In 2005 the National Retail Federation coined the term “Cyber Monday” for the Monday following Black Friday, to mark the beginning of the on-line shopping season. Like Secretaries’, Bosses’, and Emergency Medical Technician’s Day, Cyber Monday is essentially a marketing ploy, intended to whip us up into a buying frenzy, as if we needed one. Even so, Cyber Monday is not the busiest on-line shopping day of the year. This also takes place later in the season, when we start to feel really desperate. With greater broadband availability, many people start their on-line shopping Thanksgiving Day itself or earlier. For some, on-line shopping has taken the place of the traditional Thanksgiving walk, nap, football watching, or family argument. Many on-line retailers have responded by offering their sales a day earlier. For the past few years DealTaker.com has created a special Black Friday website (www.dealtaker.com/blackfriday.html). You can find out what promotions are taking place in stores, as well as get access to items that are available online, at the same or better price. There are lists of the hottest toys, electronics, household items, and latest fashions. as well as exclusive coupons. You can even compare bargain hunting strategies on one of the discussion forums. So what is the outlook for today? According to Deloitte’s annual survey, more than half of all consumers plan to reduce holiday spending this year and the average reduction is about 14%. People blame higher food and energy costs and job uncertainty for the cutbacks.

About one in ten say they are still paying off last year’s holiday debt. People plan to cut in the areas of home improvement, household furnishings, clothing, charitable donations, and entertainment. Spending on gifts showed the smallest planned decrease (only 6.5%). Shoppers plan to spend an average of $532 on gifts this holiday season and buy around 21 gifts (down about 2 gifts from last year). This year’s shopping strategies include buying lower-priced goods and sale items, consolidating shopping trips and using coupons whenever possible. And the top gift this year? – same as the last five years– the gift card. Retailers love these things. Last year the Tower Group consulting firm estimated that unredeemed gift cards totaled nearly $8 billion annually, about 10 percent of all purchased. It is like tithing to VISA. Over a quarter of us have had at least one gift card expire before we could use it. Although I’ve personally given a lot of these cards, I’m still not sure I understand it. Sure it’s easy, especially since you can get almost anything at the checkout counter of the grocery store. Most of us were taught, however, that giving cash was lazy and impersonal, but somehow retailers have convinced us that if we convert our cash into a plastic card decorated with a holiday theme, then its okay to give it as a gift. We can pretend it is really a dinner, shower curtain, or maybe a book. Shoppers are somewhat concerned that stores might go out of business before the gift cards can be used. I should mention that the phrase “Black Friday” achieved special recognition a few year ago. Along with words such as “perfect storm”, “webinar”, “water boarding”, and “surge”, “Black Friday” has made it onto Lake Superior State University’s 2008 list of banished words. For the past 33 years language experts at this school have complied a tongue-in-cheek list of words, that they say should be “banished from the Queen’s English for misuse, overuse, and general uselessness”. Also making the list this year are “organic”, “wordsmith”, “give back”, “Blank is the new blank.”, “sweet”, “decimate”, “pop”, “throw under the bus”, and “It is what it is.” I would say the list is awesome, but they banned that word in 1984. “Black Friday” probably made the list because it reflects our country’s current obsession with the economy. Also many pretentious columnists run this phrase, into the ground thinking it makes them sound more knowledgeable and cool.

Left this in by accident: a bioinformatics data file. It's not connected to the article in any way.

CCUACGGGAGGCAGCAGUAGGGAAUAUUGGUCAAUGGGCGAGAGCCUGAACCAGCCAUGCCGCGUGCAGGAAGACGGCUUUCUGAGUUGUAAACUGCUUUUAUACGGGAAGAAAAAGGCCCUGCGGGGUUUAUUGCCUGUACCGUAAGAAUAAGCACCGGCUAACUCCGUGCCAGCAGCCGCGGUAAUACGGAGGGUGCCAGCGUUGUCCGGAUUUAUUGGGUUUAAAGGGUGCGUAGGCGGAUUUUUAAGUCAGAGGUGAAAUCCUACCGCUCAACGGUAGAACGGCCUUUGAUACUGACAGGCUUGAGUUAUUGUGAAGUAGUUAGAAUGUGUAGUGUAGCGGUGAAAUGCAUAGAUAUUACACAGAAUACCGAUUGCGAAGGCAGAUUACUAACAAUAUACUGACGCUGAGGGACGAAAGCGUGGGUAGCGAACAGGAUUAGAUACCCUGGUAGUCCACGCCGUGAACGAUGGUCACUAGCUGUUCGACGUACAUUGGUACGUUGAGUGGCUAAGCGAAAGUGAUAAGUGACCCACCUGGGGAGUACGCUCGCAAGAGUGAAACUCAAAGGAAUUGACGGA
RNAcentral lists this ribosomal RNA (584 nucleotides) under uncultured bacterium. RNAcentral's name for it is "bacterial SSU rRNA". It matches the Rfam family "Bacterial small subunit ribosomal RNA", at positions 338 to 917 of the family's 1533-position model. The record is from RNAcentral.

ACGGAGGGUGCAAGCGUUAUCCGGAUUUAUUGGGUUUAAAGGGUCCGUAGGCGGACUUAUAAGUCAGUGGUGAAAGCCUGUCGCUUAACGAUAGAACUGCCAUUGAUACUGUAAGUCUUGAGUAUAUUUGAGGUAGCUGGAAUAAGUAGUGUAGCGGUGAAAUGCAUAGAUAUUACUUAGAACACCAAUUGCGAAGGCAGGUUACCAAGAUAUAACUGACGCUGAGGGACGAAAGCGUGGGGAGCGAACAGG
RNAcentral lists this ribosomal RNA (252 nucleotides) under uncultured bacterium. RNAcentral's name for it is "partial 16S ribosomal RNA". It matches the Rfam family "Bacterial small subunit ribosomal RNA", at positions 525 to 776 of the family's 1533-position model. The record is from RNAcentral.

All this reminds when I was in high school and our freshman English teacher told us that there were two words that never should be used– one word was “nice” and the other was “swell”. So, of course, someone immediately asked, her, “So like, what are the two words?”